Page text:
Although the piano/keyboard was my first musical instrument, the electric guitar has always fascinated me. While the piano is enabler of complex creations, it (to me) is a very "linear" instrument. The keyboard is easy to teach. There is one location for each note. Expression and dynamics are simple. The guitar on the other hand is a "non-linear" instrument. There are many places to fret the same note, each with different timbre. There are many approaches to the dynamics of the attack and fretting style which yield awesome results!
One thing has always bugged my about the guitar is in how it's engineered. Not so much in the design and build quality of the physical components (neck, body, etc) but in the sensing approach. Let's face it, electro-magnetic pickups are horrible sensors. Couple that with the fact that the signal is carried over an 80 year jack design using an unbalanced transmission technique. It’s 2012 and we can do much better. I place a lot of the blame on this ridiculous notion that if the guitar technology wasn't design in the 60's it is somehow inferior. Open a recent “Guitar Player” magazine and you will see very little has really changed. I even see “vintage” batteries and cable being sold by online retailers for your “vintage” pedals. I find it almost comical that 99% of the (digital) electronics technology out there focuses on modeling amplifiers designed in 60's. If you want a Vox then buy a Vox. I can certainly understand being pragmatic and wanting all those tones in a single box but once again it's time to rethink what our DSP technology can do. Line 6 has the Vox model figured out. I am done with modeling the past. Let’s think about what a guitar can be. Let's stop recreating what “was”. It's been figured out many times over.
I have been pondering this general topic for many years now. Is there a better sensor? Should signal processing be built into the guitar? Should we rethink the amplifier? I.E. can we go digital right to a switching power stage with I2S? New cabling? A few years ago I tore the pickguard off a Carvin Bolt-T for the heck of it. I thought it be cool if the entire body was built up with layers of PCBs! It would look very, very cool. While that concept may be a little wild and ahead of its time and much tamer version came to mind. What if the pickguard IS the tone control?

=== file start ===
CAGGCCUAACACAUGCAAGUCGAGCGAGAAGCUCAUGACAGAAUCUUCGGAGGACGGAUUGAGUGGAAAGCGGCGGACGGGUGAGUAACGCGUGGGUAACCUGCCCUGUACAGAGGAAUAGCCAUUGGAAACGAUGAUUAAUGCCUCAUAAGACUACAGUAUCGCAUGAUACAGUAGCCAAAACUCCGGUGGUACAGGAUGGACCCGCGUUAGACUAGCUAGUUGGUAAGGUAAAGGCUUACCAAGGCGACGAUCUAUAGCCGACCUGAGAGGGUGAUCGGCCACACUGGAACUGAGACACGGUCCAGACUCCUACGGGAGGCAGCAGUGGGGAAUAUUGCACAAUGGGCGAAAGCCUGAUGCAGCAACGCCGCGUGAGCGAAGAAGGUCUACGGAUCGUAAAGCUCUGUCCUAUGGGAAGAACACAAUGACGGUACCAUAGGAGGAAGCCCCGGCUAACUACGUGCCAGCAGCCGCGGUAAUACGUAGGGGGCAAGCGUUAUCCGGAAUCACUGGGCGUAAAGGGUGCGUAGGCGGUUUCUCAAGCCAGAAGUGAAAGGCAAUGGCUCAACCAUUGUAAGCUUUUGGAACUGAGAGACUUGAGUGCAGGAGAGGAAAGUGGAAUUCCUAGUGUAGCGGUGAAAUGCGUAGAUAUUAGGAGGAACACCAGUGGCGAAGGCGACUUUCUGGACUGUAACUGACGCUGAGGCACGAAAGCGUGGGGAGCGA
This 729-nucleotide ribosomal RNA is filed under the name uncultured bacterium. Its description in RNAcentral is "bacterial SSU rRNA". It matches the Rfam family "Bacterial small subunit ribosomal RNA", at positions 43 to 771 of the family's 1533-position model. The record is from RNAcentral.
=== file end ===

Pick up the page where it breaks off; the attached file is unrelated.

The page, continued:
I used this question as a design example in an FPGA course I taught at PSU in 2010. We looked at how we could design an FPGA on a PCB board for this application. I did quite a bit of work on it and it eventually sat. There was the expense of prototyping the design, I still needed external A/Ds, BGA assembly...... Then I saw the ad for the Freescale Make It Challenge. A winning design paper would get me $1000. After I saw the capabilities of the Kinetis devices, I knew that was a great solution. Built-In ADCs (you certainly DON’T need 24-bit if you can design good measurement circuits), built-in touch sense inputs, plenty of DSP horsepower, next to free tools...... I then decided to rework my solution. At this point you should probably just see what I came up with the contest. The video demo had to be short for the contest but I created a longer "deep-dive" to get into the technical details.
Having a graduate degree in Acoustics, I thought some explanation of the theory of the pickups would be big plus!
As you can see the LEDs, touch sensors and piezos make a cool solution. I am very happy with using AES3 as a transport format. Balanced line digital! I am still undecided on the Ethernet cabling (though Neutrik makes some nice rugged housings ). The piezos are extremely clean and I can apply some DSP theory to get whatever I want. I didn't have it ready in time for the videos but the guitar now has a nice octave effect patch. Unfortunately for me I did not win..... :-( But I did recieve some decent cash to prototype my concept. Who knows what other opportunities may pop up.
Although I certainly don't see the Active Pickguard as the end-all be-all all solution, it certainly was a great experiment! I have figured out in my own mind where I want to go next. The piezo pickups are the way to go (IMHO). Getting rid of 60Hz noise with a sensor that exhibits some “real” SNR is well worth the transition pains to the new technology. AES3 is the way to go for transport but I am still thinking about the best cabling approach. I am now working on Version 2 as well as an amplifier that can receive the digital signals directly. I am even considering a “kit” so one could retrofit their own guitar...... Stay Tuned!
ehughes & wavenumber ->net